To understand why it is premature to celebrate victory over the Islamic State group one should take a look at the broader picture of the war against ISIS.

Take, for example, what is happening in Egypt and Libya, as well as countries in Asia, Africa and the Western nations.

In Egypt Islamic State is on the rise despite a four-year-old campaign by the Egyptian military and continues to expand its destabilizing activities in the country of 90 million.

Wilayat Sinai, the local ISIS branch, which began its activities under the name Ansar Bayt al-Maqdis, has roughly 1200 fighters in the Sinai Peninsula, 80 percent of them foreigners according to the Woodrow Wilson Center.

The Jihadist group carried out the deadliest terrorist attack in Egypt’s history at the end of November and has expanded its terrorist operations to the densely populated Nile Delta and to the desert in western Egypt all the way up to the porous Libyan border.

Via that border, ISIS terrorists who fled from Syria and Iraq are now regrouping in Libya - that thought it also had routed the Jihadist group after the fall of its local capital Sirte.

Then there is Gaza where ISIS-affiliated Salafist terror groups are more and more challenging Hamas rule over the enclave in southern Israel and who are reportedly behind the renewed rocket attacks on Israeli cities and communities in the vicinity of Gaza.

Islamic State also has a presence on the Golan Heights where it operates under the name Khalid ibn al-Walid Army.

Channel 2 in Israel reported in October on several senior ISIS commanders who fled from Iraq and Syria and were recruiting local youth who were receiving military training in camps a few kilometers from the Israeli border.

Farther away in Africa Islamic State’s ideology is leading to the formation of new terror groups which joined their brothers of Boko Haram in Nigeria, an Islamist group that swore allegiance to ISIS in 2015.

In Niger and Somalia ISIS’ affiliates have already staged deadly terrorist attacks which aim to destabilize the countries to the point the regime collapses.

In the middle of October the ISIS and Al-Qaeda affiliated group al-Shahaab killed at least 276 people when a truck bomb flattened the center of Mogadishu in Somalia.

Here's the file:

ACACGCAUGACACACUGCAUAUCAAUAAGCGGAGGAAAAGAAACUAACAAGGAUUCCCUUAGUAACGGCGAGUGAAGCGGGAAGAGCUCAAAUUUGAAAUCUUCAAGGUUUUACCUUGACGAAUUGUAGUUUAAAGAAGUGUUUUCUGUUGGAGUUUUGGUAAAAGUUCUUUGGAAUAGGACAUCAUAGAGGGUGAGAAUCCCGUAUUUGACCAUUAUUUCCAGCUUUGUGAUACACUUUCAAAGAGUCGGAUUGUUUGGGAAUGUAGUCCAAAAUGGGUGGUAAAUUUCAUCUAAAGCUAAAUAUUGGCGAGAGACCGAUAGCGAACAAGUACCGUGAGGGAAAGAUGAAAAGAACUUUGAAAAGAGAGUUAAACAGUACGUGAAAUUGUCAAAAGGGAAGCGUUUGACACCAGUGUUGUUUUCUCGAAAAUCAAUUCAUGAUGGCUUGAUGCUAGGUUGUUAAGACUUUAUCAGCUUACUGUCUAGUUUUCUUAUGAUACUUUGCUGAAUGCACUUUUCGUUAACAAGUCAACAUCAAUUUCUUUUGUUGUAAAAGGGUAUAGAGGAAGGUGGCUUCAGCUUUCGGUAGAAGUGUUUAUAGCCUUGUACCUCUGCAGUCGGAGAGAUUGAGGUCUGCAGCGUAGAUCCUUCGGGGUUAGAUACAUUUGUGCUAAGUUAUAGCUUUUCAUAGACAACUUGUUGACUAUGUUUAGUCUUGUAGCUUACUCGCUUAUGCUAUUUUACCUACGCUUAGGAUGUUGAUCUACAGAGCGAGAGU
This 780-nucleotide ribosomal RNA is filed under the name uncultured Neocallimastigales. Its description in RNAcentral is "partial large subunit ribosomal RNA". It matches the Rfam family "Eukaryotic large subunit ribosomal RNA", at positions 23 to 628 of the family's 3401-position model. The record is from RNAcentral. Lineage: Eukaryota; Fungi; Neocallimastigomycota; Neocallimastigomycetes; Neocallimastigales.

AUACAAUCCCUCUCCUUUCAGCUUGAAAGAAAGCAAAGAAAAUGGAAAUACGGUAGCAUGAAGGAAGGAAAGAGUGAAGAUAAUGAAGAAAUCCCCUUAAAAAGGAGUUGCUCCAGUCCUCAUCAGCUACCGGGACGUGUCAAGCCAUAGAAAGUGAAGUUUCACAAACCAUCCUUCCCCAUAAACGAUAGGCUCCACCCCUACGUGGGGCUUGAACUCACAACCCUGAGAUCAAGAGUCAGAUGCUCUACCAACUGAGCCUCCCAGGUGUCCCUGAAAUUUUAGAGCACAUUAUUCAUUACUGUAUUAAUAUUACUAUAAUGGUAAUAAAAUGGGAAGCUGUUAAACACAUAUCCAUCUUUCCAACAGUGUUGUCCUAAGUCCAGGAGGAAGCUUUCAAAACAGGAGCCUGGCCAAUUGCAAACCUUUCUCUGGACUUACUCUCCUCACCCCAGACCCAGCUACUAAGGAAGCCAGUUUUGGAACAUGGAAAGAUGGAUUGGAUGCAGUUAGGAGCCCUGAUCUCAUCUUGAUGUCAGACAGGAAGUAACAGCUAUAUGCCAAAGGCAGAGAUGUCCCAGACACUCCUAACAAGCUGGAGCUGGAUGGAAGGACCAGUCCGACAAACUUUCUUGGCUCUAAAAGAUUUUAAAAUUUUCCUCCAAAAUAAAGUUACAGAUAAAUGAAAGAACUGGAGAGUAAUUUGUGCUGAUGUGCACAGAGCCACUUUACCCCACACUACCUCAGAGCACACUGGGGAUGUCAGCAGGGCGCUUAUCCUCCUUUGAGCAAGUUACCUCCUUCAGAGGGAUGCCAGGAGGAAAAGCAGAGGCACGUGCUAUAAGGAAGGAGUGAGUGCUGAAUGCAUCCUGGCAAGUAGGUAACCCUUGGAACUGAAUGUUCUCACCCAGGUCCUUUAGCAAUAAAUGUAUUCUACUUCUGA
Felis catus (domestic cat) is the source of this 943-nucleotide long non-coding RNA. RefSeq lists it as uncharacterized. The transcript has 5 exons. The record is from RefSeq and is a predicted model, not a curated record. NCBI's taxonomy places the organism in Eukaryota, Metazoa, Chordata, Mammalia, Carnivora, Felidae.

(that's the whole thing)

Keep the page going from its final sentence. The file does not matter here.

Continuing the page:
Pakistan and Afghanistan in Asia have also proven to be fertile ground for Islamic State’s radical Islamist ideology and have witnessed a number of devastating terror attacks committed by local ISIS affiliates.

Further east in the Philippines ISIS founded a new branch which operates under the name Al-Shabaab and committed a massacre in the predominantly Muslim city of Marawi, leaving more than 200 people dead this summer.

Then there is Europe where returning ISIS terrorists are increasingly staging so-called lone wolf attacks on Westerners and are forming local terror cells which, like in Spain, are able to wreak havoc.

Some 1,200 Islamic State terrorists have returned to European countries and Andrew Parker, the director of the MI5 British intelligence service, warns that the threat they pose is evolving rapidly.

“That threat is multi-dimensional, evolving rapidly, and operating at a scale and pace we’ve not seen before,” according to Parker.

The United Kingdom tops the list of countries which are harboring ISIS terrorists, with 425 individuals who fought in Syria and Iraq.

The threat Islamic State poses to the world now tops the list of worries among the public.

A Pew Research Center report from August 2017 showed that 61 percent of people interviewed in countries across the globe said Islamic State remains the greatest threat worldwide.